Mixed-Ligand Targeting of a Nano-Pharmaceutical Against GBM Stem Cells

Award Information
Agency:
Department of Health and Human Services
Branch
n/a
Amount:
$174,766.00
Award Year:
2011
Program:
SBIR
Phase:
Phase I
Contract:
1U43CA156841-01A1
Award Id:
n/a
Agency Tracking Number:
U43CA156841
Solicitation Year:
2011
Solicitation Topic Code:
NCI
Solicitation Number:
PAR10-286
Small Business Information
11260 ROGER BACON DRIVE, SUITE 406, RESTON, VA, -
Hubzone Owned:
N
Minority Owned:
N
Woman Owned:
N
Duns:
828881305
Principal Investigator:
STEVEN ARMENTROUT
(703) 689-9689
steve@parabon.com
Business Contact:
STEVEN ARMENTROUT
(703) 689-9689
steve@parabon.com
Research Institute:
Stub




Abstract
DESCRIPTION (provided by applicant): In this Phase I SBIR project, Parabon NanoLabs, Inc. (PNL) will produce a novel, nano- pharmaceutical compound that preferentially selects and destroys brain tumor stem cells (BTSCs) to aid the treatment of glioblastomamultiforme (GBM), one of the most lethal brain cancers. BTSCs in GBM have been identified as a highly tumorigenic cell subpopulation that promotes tumor angiogenesis and therapeutic resistance. For example, as few as 100 BTSCs can initiate tumor growth ina mouse model, whereas 1 million non-stem cells from the same tumor cannot. The inability to eliminate sufficient BTSCs with the current standard of care may account for the gt90% recurrence rate of GBM and its poor prognosis. Using Parabon's Essemblix Drug Development Platform, the lead compound and its experimental variants will be developed upon a proprietary molecular breadboard, called PNL24, that can be functionalized with different targeting ligands and cytotoxic payloads in plug and play fashion. These compounds will be used to test the hypothesis that mixed-ligand, low-affinity targeting can achieve superior BTSC targeting specificity versus single-ligand alternatives. To test BTSC specificity, three targeting compounds will be created by functionalizing PNL24 with one of two different targeting ligands and a combination of both. Dye-labeling of each compound will be used to test in vitro targeting specificity, measured via fluorescent confocal microscopy, against BTSC and normal human cell lines serving as controls, specifically, neural stem cells, neurons and astrocytes. The most selective of the three targeting structures (hypothetically the mix-ligand construct) wil be further functionalized with a diphtheria toxin derivative and the resulttested for efficacy against BTSC and safety against three normal cell lines via standard cytotoxicity assay. Finally, the anti-BTSC efficacy of this compound will be tested in a hBTSC intracranial xenograft mouse model via convection-enhanced delivery (CED). If found to be both safe and effective, this compound will be the lead compound for future studies in a subsequent Phase II project that examines systematic toxicity, PK and biodistribution in preparation for an eventual IND application. PUBLIC HEALTH RELEVANCE: This Phase I SBIR project will produce a novel nano-pharmaceutical compound that actively targets and destroys brain tumor stem cells (BTSCs) from glioblastoma multiforme (GBM), one of the most lethal forms of brain cancer. Built usingthe Essemblix Drug Development Platform, which enables first-of-its-kind plug and play molecular engineering, an actively targeted nano-compound and experimental variants with different targeting components, will be produced. The compounds will be tested against representative cell lines and a mouse model to demonstrate selective targeting and destruction of BTSCs, and negligible toxicity to normal brain cells.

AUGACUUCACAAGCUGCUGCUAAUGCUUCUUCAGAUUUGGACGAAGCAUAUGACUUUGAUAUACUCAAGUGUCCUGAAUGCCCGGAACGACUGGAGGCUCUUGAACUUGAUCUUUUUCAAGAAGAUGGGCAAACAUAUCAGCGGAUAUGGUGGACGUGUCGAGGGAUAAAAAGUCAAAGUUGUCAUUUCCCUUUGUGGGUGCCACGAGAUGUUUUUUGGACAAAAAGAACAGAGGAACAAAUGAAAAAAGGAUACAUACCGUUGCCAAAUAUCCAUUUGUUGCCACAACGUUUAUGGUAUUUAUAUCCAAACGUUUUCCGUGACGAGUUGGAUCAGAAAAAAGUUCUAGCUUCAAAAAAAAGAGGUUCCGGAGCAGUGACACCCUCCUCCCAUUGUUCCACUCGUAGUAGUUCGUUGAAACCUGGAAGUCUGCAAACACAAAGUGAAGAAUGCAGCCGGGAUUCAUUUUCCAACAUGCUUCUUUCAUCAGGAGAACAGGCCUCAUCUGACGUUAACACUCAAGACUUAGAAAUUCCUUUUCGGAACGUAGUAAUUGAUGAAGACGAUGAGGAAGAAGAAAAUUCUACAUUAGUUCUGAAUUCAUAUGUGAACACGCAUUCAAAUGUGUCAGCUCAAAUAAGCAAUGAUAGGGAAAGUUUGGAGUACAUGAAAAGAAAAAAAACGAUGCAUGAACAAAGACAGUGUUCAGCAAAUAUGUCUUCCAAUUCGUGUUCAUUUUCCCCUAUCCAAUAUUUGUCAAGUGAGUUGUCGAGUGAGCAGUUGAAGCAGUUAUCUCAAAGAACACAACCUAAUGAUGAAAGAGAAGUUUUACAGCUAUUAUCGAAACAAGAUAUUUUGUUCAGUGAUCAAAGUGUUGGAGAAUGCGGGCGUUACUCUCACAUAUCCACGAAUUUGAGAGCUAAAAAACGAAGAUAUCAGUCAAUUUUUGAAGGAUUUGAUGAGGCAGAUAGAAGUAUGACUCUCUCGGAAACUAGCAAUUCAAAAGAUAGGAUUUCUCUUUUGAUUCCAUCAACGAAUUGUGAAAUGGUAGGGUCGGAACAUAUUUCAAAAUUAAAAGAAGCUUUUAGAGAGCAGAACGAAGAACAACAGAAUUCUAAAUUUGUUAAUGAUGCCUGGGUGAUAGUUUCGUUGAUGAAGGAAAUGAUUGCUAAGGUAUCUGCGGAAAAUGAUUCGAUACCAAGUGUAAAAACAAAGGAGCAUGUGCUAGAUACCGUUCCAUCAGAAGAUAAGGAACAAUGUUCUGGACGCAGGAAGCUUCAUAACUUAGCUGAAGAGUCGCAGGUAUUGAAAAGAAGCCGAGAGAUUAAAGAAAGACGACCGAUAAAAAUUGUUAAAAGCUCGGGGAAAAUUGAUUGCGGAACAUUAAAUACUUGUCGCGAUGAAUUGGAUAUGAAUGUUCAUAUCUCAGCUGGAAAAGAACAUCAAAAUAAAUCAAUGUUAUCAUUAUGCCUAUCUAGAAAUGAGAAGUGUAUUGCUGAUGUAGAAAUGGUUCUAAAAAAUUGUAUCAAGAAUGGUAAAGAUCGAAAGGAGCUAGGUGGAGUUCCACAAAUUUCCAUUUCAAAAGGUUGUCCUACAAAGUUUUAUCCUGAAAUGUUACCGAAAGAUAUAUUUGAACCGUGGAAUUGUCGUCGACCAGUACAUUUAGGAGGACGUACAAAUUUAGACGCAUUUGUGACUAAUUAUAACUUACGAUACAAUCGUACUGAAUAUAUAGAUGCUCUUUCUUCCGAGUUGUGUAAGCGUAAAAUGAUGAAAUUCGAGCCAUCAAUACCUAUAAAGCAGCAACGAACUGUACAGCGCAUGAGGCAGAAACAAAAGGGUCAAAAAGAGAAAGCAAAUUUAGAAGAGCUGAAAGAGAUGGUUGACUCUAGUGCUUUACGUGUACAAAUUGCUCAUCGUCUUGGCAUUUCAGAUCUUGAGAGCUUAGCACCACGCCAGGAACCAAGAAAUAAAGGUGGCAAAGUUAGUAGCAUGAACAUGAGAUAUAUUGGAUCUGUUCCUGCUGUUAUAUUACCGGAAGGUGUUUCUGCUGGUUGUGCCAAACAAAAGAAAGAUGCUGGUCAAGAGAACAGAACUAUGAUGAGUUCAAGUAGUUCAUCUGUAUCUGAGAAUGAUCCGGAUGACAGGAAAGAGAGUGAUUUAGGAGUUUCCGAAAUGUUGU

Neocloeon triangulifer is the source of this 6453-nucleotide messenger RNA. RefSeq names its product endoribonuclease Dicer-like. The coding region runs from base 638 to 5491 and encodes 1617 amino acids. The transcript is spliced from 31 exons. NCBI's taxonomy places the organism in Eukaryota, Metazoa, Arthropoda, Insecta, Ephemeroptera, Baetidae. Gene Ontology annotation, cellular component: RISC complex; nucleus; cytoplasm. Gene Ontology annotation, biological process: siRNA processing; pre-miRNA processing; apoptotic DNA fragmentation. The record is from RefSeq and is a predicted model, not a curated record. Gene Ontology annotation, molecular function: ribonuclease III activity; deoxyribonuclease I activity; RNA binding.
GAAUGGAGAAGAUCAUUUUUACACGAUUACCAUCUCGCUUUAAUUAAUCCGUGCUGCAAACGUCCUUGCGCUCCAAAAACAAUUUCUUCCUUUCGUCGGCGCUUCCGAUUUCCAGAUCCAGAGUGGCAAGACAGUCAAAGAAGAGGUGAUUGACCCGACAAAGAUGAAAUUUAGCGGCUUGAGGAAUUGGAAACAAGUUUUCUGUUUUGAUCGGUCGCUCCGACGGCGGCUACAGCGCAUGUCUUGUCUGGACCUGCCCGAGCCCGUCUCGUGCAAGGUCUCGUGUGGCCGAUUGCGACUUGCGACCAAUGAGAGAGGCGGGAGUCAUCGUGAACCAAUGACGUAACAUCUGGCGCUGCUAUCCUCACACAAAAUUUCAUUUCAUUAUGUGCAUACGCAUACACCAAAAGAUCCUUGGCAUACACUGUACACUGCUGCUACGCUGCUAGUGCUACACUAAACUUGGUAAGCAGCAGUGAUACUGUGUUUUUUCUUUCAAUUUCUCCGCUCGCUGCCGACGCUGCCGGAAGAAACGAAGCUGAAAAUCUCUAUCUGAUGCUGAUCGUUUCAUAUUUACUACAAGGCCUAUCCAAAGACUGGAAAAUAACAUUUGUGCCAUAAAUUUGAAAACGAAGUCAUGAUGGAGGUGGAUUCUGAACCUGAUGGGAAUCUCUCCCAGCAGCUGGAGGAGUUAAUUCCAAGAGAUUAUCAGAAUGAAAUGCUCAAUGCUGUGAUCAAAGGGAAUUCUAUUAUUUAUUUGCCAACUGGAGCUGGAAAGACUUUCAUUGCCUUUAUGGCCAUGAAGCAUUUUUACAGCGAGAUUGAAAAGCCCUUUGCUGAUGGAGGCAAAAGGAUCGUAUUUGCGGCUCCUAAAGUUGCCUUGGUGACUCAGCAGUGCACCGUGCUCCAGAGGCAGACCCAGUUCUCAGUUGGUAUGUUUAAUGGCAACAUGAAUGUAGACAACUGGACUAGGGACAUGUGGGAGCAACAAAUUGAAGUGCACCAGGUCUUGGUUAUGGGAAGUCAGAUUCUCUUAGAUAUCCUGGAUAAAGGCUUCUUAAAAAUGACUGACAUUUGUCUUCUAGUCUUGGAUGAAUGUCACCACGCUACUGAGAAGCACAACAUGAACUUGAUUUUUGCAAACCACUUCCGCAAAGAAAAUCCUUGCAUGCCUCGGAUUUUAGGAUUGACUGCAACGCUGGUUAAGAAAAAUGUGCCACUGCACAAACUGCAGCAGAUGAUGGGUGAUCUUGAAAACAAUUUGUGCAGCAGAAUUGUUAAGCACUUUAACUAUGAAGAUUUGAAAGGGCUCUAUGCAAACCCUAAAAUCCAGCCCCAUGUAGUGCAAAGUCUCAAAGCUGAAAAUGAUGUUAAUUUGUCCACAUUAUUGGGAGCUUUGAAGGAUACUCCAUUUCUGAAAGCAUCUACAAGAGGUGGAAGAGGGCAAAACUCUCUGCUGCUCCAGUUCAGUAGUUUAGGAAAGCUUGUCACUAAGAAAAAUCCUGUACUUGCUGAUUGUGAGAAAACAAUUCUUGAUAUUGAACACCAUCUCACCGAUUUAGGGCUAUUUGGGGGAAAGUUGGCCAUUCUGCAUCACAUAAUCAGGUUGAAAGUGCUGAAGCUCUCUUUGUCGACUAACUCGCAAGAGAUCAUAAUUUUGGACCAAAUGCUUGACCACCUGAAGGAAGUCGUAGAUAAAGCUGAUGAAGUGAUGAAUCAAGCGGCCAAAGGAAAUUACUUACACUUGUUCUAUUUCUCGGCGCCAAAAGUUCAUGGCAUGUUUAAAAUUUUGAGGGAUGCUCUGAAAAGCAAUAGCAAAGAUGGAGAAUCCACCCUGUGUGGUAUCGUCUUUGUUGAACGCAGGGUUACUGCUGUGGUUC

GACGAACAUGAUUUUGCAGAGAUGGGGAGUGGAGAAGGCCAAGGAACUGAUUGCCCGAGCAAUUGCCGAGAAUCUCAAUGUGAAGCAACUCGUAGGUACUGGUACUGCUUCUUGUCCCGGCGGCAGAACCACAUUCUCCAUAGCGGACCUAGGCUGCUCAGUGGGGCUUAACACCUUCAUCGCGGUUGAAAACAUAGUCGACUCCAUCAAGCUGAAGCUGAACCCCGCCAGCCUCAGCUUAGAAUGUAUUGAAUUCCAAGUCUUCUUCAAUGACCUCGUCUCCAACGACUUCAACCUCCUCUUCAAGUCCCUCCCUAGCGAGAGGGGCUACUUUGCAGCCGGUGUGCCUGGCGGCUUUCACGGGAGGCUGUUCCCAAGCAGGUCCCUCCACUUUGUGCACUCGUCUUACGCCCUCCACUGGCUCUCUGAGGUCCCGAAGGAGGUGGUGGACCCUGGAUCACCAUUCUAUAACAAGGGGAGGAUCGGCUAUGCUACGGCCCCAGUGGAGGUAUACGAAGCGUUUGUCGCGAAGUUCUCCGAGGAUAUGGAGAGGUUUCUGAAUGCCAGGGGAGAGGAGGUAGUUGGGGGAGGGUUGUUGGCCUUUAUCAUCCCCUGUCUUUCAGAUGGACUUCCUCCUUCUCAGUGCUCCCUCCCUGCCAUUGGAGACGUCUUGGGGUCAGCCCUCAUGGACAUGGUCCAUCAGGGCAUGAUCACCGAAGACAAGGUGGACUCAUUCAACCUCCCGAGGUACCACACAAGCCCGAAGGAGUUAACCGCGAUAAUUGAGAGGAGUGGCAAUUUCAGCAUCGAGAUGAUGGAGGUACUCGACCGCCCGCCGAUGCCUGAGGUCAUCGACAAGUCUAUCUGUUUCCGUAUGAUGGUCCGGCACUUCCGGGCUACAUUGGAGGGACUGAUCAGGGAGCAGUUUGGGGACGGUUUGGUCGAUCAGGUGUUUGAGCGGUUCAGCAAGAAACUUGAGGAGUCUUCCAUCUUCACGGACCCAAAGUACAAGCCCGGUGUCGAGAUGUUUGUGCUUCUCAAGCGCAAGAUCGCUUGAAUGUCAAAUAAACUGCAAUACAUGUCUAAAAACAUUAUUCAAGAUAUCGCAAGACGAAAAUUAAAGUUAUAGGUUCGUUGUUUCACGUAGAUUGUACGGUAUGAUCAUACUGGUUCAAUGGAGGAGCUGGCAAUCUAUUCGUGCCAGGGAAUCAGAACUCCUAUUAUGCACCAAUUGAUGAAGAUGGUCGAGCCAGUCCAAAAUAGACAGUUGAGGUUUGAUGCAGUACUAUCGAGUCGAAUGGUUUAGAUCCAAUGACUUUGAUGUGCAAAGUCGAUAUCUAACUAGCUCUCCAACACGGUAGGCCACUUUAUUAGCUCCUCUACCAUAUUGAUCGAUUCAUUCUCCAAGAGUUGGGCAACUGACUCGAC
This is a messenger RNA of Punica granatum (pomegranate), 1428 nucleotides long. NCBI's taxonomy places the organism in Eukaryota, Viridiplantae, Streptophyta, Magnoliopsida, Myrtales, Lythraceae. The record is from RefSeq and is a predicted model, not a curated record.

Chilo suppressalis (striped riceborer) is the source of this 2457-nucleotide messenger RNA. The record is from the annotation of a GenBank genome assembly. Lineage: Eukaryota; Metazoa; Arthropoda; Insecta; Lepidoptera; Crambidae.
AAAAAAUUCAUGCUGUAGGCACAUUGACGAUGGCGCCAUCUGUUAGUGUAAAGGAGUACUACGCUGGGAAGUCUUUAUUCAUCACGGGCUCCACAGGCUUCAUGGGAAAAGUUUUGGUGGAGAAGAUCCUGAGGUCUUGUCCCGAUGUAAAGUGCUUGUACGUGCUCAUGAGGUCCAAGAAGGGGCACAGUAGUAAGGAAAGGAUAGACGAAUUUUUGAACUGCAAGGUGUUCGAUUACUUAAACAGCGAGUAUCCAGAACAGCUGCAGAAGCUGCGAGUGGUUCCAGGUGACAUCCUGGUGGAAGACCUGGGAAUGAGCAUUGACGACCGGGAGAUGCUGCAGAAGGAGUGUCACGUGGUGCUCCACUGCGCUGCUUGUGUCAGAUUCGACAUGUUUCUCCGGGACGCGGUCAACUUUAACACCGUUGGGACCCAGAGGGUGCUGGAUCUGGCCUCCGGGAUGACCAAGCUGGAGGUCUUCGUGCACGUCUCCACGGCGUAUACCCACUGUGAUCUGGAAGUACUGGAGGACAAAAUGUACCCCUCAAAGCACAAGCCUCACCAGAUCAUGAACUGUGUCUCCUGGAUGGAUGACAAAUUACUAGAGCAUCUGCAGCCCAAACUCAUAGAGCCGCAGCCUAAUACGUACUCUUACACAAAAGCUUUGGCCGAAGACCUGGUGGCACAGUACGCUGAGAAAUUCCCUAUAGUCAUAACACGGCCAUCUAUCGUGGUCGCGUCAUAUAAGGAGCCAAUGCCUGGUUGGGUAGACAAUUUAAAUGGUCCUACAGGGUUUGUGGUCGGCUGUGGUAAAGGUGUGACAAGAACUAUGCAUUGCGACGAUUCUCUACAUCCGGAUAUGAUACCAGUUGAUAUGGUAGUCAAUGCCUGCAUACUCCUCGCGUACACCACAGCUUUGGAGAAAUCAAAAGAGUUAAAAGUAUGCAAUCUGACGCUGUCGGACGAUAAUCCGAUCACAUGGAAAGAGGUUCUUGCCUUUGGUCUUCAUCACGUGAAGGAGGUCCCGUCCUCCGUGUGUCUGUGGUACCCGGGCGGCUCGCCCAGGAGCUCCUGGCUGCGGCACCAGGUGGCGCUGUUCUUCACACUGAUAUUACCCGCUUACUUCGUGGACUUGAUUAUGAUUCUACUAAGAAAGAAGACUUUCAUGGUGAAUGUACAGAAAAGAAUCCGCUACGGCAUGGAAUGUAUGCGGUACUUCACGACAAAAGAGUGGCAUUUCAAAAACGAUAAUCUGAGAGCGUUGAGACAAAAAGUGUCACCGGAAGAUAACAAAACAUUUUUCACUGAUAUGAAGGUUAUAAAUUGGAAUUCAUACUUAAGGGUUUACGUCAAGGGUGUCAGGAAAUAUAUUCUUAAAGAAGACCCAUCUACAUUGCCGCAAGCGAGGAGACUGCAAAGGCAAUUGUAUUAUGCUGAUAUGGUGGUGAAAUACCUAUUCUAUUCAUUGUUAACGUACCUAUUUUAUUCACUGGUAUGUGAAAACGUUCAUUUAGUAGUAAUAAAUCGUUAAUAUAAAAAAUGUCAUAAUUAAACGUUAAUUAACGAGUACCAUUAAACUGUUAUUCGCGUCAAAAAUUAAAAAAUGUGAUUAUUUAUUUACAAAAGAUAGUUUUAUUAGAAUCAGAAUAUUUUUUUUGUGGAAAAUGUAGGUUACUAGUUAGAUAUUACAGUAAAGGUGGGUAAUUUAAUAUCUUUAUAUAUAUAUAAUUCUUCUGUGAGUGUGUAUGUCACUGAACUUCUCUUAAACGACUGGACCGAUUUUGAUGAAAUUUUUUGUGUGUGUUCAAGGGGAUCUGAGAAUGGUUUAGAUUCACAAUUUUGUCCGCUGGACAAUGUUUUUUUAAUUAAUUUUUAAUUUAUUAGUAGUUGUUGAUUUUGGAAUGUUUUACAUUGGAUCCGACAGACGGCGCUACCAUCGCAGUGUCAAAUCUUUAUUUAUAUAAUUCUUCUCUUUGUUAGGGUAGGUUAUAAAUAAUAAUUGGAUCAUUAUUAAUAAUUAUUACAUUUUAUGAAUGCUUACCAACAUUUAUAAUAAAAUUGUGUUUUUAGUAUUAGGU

* information listed above is at the time of submission.

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